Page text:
Astrobiologists Discover Strange Benthic Microbial Mats in Antarctica
Benthic microbial mats in Lake Untersee. Photo copyright: Dale T. Andersen 2011.
Photosynthetic microbial mats forming large conical structures up to half a meter tall have been discovered by astrobiologists in Lake Untersee, Antarctica. This research is described in an article in the May 2011 issue of the journal Geobiology.
Lake Untersee is located at 71°20'S, 13°45'E in the Otto-von-Gruber-Gebirge (Gruber Mountains) of central Dronning Maud Land. [Download Google Earth .kmz file of Lake Untersee]. The lake is 563 meters above sea level, with an area of 11.4 square kilometers and is the largest surface lake in East Antarctica.
During the expedition, three members of the field team, Dale Andersen (SETI Institute), Ian Hawes (University of Canterbury), and Chris McKay (NASA ARC) explored the lake beneath its 3 meter thick ice-cover and discovered the large conical structures that dominate the under-ice landscape.
To date, there have been no other reports of modern microbial mats forming such structures, which resemble a class of stromatolites termed large complex cones that were present on Earth approximately 3.4 billion years ago in the Pilbara (see Allwood et al. Nature, Vol 44, 2006).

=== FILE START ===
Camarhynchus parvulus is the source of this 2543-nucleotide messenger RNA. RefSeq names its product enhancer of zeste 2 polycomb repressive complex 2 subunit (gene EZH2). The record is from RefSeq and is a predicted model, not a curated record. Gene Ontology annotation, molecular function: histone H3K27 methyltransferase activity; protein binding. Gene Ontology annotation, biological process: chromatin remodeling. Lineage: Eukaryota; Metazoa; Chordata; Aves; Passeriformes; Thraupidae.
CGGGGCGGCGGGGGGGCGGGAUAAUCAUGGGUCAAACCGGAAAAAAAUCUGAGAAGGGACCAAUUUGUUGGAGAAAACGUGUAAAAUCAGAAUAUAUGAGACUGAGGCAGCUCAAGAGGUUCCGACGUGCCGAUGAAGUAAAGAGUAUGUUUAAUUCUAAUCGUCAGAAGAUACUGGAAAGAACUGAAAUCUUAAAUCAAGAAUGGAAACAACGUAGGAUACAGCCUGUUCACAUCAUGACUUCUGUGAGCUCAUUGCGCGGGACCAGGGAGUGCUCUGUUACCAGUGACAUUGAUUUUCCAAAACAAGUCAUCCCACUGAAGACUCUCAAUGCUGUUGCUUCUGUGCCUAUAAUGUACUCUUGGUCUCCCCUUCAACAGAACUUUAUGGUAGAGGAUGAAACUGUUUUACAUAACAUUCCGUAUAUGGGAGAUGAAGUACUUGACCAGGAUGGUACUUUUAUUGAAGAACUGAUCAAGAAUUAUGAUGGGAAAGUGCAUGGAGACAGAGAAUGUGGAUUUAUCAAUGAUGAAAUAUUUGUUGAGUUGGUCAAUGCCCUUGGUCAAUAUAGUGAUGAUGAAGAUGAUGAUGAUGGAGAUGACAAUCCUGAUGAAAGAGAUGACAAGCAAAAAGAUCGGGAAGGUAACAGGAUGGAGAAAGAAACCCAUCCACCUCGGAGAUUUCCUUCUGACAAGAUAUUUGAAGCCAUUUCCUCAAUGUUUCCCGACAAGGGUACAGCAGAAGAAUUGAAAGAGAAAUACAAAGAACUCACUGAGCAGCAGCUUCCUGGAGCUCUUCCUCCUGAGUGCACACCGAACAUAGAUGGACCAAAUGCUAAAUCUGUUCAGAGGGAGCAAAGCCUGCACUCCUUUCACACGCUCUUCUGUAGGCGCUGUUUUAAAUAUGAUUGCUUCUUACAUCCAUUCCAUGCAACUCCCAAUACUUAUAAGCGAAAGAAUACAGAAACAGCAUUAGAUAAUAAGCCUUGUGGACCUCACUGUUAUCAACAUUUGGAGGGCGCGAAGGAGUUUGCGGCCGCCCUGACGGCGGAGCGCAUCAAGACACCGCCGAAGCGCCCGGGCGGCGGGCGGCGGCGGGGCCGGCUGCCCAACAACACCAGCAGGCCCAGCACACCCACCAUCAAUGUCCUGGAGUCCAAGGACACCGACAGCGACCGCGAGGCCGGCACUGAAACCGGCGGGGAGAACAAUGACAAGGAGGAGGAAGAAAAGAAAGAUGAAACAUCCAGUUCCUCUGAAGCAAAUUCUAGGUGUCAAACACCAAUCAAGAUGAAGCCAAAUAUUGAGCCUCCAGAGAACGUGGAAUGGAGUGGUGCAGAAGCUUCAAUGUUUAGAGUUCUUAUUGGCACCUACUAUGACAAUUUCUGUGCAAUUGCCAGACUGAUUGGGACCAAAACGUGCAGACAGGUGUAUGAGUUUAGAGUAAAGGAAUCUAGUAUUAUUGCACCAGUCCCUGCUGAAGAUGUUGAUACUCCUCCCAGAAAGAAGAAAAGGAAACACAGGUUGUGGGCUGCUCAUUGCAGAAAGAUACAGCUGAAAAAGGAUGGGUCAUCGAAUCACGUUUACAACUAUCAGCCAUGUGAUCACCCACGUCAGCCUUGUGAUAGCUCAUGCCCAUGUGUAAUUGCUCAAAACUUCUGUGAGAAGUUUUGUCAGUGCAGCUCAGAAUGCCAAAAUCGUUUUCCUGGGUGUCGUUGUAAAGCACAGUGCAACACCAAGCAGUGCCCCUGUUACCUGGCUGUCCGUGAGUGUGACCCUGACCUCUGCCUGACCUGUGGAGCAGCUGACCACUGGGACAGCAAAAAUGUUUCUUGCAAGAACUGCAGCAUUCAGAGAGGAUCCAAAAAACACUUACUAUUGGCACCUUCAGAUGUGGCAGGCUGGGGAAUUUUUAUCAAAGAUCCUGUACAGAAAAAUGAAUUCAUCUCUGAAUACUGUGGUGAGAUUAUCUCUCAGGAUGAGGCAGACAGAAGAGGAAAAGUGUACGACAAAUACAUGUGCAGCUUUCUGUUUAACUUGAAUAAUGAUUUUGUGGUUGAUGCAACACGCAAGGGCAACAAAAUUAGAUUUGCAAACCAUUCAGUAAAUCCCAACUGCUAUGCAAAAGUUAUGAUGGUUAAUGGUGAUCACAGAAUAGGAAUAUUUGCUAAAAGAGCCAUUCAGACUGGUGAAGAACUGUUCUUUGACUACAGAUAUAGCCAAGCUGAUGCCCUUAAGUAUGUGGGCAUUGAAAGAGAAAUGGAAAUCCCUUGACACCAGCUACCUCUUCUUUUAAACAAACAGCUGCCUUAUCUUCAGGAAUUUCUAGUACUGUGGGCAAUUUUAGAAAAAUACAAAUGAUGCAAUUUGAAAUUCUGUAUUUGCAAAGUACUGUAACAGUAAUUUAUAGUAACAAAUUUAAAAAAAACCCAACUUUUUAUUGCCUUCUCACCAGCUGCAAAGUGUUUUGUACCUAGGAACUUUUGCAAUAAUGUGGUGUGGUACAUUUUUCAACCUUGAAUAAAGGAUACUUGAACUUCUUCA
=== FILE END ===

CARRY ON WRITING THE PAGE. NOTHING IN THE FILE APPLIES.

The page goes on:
Studies of these structures will help scientists interpret the record of life preserved in rocks and will hopefully provide new insights about the communities of microorganisms of Earth's earliest biosphere.
Support for the multinational project was a mix of private and govt funds via the Tawani Foundation, NASA's Astrobiology program, and Russia's Arctic and Antarctic Research Institute (AARI).
Discovery of large conical stromatolites in Lake Untersee, Antarctica, Geobiology
Volume 9, Issue 3, pages 280-293, May 2011, Andersen, D. T., Sumner, D. Y., Hawes, I., Webster-Brown, J. and McKay, C. P. (2011), Discovery of large conical stromatolites in Lake Untersee, Antarctica. Geobiology, 9: 280-293. doi: 10.1111/j.1472-4669.2011.00279.x
Ian Hawes collecting samples of the benthic microbial mats in Lake Untersee. Photo copyright: Dale T. Andersen 2011.
Dale Andersen begins a dive under the ice. He is about to be handed a Sony Ex1 video camera. Photo copyright: Dale T. Andersen 2011.
Dale Andersen using a portable compressor to charge diving gear. Photo copyright: Dale T. Andersen 2011.
Lake Untersee Base Camp as seen from a nearby hill. Photo copyright: Dale T. Andersen 2011.